I wasn’t entirely sold on the stylist stations, but they did prove to be very popular, and did make the crowd more interesting. The idea, initially, was that people in Seattle, as a whole, did not know how to dress, or give fashion much attention in any regard. And that if Walden Three was going to film and export the art and image of Seattle, we had to help the visitors, we had to make them more interesting, and craft a better image of fashion in Seattle. Was it manipulation? Sure it was. Propaganda? Yes. Smoke and mirrors? Definitely. But marketing artists and cities and renaissances is not an unfiltered business. It is the job of Walden Three to present the Pacific Northwest and it’s residents in the most compelling, interesting way, and if we can veto a flannel shirt here and a North Face jacket here, I’m all for it. When viewing W3 as a film set, it did kinda make sense to have hair and makeup and costumes to “dress” the “extras” that visit the set. Vain and Gene Juarez and a healthy dose of art students volunteered their time, and there was always a mountain of used clothing and wigs and accessories, and enough fashion talent on hand to keep the experiment from entirely derailing. So those kids you see with torch-burnt cut-off overalls and magenta eyeliner didn’t all arrive that way. The W3 stylist station transformed them right at the entrance.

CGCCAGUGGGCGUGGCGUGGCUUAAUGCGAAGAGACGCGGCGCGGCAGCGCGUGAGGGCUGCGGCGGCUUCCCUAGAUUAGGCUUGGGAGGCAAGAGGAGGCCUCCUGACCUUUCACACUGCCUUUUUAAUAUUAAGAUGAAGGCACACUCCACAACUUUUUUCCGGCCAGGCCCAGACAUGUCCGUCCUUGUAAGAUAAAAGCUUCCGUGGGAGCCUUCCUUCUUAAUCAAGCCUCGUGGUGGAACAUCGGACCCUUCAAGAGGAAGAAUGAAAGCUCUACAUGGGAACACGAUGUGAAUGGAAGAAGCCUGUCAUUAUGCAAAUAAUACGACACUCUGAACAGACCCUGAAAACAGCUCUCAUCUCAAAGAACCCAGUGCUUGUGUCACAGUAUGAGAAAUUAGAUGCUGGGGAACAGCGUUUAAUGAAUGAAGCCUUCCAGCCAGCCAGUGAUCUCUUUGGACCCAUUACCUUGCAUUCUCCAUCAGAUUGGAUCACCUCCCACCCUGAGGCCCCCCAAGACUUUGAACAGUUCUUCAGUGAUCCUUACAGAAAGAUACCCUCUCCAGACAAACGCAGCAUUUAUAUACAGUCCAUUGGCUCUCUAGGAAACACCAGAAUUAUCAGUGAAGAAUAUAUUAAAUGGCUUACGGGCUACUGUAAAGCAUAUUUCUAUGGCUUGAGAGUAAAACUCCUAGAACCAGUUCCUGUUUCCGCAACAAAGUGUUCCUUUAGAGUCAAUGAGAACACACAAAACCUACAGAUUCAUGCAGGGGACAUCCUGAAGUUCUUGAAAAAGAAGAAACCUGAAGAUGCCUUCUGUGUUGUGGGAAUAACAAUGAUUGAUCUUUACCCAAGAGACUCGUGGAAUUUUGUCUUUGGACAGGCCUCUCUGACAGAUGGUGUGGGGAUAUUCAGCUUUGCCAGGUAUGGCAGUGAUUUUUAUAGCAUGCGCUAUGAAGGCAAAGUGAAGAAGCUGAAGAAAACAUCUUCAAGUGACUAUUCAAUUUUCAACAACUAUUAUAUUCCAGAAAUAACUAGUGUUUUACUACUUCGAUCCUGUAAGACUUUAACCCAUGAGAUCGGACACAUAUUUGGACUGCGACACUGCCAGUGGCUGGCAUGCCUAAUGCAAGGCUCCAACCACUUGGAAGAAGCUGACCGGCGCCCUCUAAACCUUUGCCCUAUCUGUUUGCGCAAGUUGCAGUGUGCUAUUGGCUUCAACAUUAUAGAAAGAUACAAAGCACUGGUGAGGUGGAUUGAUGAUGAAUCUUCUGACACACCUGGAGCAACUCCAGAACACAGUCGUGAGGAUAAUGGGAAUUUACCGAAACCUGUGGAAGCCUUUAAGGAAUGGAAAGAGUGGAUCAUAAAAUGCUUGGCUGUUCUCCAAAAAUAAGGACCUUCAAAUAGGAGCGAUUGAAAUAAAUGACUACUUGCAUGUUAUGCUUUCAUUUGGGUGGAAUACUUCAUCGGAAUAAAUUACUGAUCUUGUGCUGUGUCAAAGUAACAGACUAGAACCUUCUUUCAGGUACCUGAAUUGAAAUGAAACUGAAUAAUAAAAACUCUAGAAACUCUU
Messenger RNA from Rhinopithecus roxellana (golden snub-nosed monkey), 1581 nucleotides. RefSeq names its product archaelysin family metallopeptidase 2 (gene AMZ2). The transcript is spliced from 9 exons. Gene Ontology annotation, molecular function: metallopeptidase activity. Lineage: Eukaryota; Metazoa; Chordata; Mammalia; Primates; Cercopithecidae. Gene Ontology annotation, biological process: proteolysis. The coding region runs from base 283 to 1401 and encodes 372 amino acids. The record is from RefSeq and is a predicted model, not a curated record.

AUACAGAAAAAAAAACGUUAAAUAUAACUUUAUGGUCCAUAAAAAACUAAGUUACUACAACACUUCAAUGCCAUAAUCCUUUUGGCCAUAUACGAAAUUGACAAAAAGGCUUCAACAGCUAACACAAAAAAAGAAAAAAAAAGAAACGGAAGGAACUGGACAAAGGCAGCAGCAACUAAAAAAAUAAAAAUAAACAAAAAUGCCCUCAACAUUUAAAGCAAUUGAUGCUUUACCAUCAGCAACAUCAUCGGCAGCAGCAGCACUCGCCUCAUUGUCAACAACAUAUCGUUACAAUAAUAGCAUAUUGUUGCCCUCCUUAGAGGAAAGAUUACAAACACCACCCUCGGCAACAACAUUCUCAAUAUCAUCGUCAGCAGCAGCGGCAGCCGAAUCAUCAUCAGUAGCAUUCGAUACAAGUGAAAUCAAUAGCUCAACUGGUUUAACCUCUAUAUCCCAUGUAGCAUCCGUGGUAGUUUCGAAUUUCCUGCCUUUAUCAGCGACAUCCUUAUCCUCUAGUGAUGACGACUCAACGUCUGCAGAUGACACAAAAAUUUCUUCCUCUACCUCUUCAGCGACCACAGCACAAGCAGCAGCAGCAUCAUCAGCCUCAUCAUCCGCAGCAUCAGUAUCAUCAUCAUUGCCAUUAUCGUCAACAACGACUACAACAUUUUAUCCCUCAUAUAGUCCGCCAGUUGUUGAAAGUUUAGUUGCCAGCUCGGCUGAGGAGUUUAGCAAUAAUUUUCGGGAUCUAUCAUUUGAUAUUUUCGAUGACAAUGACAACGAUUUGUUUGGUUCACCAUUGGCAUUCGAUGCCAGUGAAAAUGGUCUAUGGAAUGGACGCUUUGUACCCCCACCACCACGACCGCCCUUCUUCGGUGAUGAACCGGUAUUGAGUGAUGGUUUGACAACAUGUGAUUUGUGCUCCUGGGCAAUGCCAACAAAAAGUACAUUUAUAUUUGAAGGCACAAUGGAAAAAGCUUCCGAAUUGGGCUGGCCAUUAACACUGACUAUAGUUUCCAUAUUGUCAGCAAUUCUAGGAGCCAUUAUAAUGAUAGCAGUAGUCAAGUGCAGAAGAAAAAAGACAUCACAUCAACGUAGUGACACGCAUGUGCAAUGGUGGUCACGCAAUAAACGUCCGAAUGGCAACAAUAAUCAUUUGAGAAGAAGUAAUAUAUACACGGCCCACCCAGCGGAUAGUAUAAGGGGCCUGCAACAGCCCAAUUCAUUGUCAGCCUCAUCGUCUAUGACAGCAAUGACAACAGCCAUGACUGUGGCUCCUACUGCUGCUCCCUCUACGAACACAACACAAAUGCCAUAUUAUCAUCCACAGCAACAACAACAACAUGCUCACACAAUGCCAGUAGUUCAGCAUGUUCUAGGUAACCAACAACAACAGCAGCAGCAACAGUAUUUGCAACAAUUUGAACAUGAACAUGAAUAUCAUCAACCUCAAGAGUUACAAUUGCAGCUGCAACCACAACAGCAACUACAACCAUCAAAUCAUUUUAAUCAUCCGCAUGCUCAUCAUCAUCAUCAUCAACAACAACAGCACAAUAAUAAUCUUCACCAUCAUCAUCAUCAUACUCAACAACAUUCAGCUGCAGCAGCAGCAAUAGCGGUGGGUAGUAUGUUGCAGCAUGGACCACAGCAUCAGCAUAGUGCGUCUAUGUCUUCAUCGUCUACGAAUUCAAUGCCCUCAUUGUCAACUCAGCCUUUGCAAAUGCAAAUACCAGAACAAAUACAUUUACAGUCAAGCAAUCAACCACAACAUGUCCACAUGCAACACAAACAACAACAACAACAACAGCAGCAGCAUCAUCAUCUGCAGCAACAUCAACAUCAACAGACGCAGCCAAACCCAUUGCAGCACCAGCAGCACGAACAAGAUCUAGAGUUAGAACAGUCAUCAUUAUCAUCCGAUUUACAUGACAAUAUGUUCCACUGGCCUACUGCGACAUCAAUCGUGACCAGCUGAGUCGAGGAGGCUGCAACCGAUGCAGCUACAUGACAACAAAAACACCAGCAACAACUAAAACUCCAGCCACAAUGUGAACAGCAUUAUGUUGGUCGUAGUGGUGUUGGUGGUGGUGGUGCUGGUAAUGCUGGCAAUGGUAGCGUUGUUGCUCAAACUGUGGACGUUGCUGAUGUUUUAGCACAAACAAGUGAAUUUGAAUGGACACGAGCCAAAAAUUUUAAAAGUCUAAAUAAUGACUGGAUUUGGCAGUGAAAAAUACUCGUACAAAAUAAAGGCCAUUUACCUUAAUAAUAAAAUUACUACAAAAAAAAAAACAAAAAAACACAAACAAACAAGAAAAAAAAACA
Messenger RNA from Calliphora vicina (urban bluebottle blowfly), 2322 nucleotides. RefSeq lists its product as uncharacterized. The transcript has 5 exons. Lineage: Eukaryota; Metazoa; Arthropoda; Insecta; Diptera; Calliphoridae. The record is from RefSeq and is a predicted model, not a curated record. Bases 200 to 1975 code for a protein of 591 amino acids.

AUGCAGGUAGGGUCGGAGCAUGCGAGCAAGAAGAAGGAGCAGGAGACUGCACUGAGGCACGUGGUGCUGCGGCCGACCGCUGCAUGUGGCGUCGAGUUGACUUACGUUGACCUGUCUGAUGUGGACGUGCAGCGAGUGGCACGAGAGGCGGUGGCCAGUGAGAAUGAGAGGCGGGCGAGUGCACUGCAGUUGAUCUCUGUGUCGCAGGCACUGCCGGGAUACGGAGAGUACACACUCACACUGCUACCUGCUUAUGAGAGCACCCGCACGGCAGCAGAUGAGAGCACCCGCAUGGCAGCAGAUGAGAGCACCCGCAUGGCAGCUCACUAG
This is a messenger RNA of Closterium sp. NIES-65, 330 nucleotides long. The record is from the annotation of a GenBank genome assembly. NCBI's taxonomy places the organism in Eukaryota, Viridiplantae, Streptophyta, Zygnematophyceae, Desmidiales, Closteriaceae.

Jed Dunkerley was just starting a lecture called “I could have made that” which followed the careers of a lot of twentieth century artists that seemingly lacked any real talent, but did change the way we viewed art through simply being the first to do something – to lay claim to a new idea or new way of looking at art. It was a lot more interesting than I can describe (hey watch the video if you have the time) and the huge projection screen flipped through example after example in tempo with Jed’s well played argument. It was well worth my buck (I suspect they charge a dollar to keep the riff-raff out?) and gave me a new appreciation for Jeff Koons and Cristo – not so much for Damien Hirst…